How to Convert a Metal Barrel Into a Grill

How to Convert a Metal Barrel Into a Grill thumbnail
Old barrels find new lives as flower pots, smokers and grills.

An old 55-gallon metal barrel is the ideal raw material from which to create a homemade outdoor grill. The size, shape and thickness of the metal seem almost designed for recycling purposes; the resulting grill is efficient, practical and almost entirely free if you use recycled materials. Producing a simple grill requires no previous engineering or fabrication skills although it is important to remember that whenever cutting tools are used, suitable safety precautions should be taken.

Things You'll Need

  • 55-gallon steel drum
  • Plumb line
  • Strong gloves
  • Goggles
  • Angle grinder
  • Newspaper
  • Scrap wood
  • Wire brush
  • Steel mesh sheeting
  • Tape measure
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    • 1

      Place a 55-gallon drum upright on a horizontal surface. Draw a line from one side of the barrel top to the other side, passing through the center. The line should divide the top into two equal semi-circles.

    • 2

      Use a plumb line to extend the line across the top into two vertical lines, one down each side of the barrel. Mark the path of each vertical line to the base of the barrel, then turn it upside down and join the vertical lines to create a final line bisecting the base.

    • 3

      Don strong gloves and safety goggles. Cut along the lines with an angle grinder fitted with a metal cutting disk. Examine the two half barrels, and select the best looking half. Discard the other section. Tidy the cut edges, using a hand file, to remove burrs, sharp edges and any other irregularities.

    • 4

      Place the half barrel flat on a non-flammable surface such as bare dirt. Fill it with newspaper, small sticks and scrap wood. Set fire to the paper and allow the fire to burn off any contaminants and all external traces of dirt and paint. Leave the barrel to cool, and then empty it and clean it all over with a wire brush.

    • 5

      Rest old bricks in the base of the barrel to form a "brick floor" that will protect the metal base from excessive heat.

    • 6

      Measure the internal width of the barrel about two inches below the lip of the barrel, then measure the internal length. Mark the width and length onto a sheet of rigid steel mesh, and cut it to shape.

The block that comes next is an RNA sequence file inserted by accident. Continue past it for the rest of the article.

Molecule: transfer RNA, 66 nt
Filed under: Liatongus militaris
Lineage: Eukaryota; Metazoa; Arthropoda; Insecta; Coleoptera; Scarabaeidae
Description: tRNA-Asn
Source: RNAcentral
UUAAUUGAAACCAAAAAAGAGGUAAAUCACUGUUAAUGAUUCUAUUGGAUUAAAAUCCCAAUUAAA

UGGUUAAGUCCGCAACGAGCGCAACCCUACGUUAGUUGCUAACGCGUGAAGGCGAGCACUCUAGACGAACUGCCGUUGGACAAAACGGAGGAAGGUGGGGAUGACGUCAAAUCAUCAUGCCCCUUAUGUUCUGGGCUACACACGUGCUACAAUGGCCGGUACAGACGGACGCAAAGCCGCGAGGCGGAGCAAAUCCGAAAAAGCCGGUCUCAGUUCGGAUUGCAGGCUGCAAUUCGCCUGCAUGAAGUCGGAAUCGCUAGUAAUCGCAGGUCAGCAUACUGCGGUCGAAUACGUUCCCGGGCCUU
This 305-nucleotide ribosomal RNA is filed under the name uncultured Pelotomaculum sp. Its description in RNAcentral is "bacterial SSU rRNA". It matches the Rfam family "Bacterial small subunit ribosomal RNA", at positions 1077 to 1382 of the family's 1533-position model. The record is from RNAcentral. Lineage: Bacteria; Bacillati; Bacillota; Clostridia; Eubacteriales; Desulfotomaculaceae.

• 7

      Place the steel mesh in the barrel, forming a shelf that rests slightly below the lip. This forms the cooking shelf of the grill.

Tips & Warnings

  • To use, lift out the cooking shelf, fill the barrel with charcoal and ignite it. Replace the cooking shelf and wait until the charcoal stops producing smoke and fumes, then cook food directly on the shelf.

  • The grill can steadied by propping it up between two concrete blocks, partly burying in the ground or mounted on a purpose build stand, according to your preferences.

  • A charcoal grill should not require air holes in the base. However, the addition of a few holes will enable rain water to escape from the grill when it is not in use.

  • Add a lid to the grill to protect it from bad wweather by reattaching the discarded half of the barrel, using hinges. The result is a hinged lid that can either rest over the grill or folded back to lie parallel to it, creating a "double grill."

  • A reciprocating saw can be used in place of an angle grinder.

  • Paint the outside of the barrel with suitable high-temperature paint to produce a rust free exterior.

  • Always vent an old barrel before cutting it or exposing it to heat. A barrel containing volatile vapors may explode when exposed to heat or sparks.

  • Always wear hand and eye protection when cutting and smoothing metal.

  • Metal is an excellent conductor so, when in use, the exterior of the barrel will be as hot as the charcoal inside it.

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  • Photo Credit Thinkstock Images/Comstock/Getty Images

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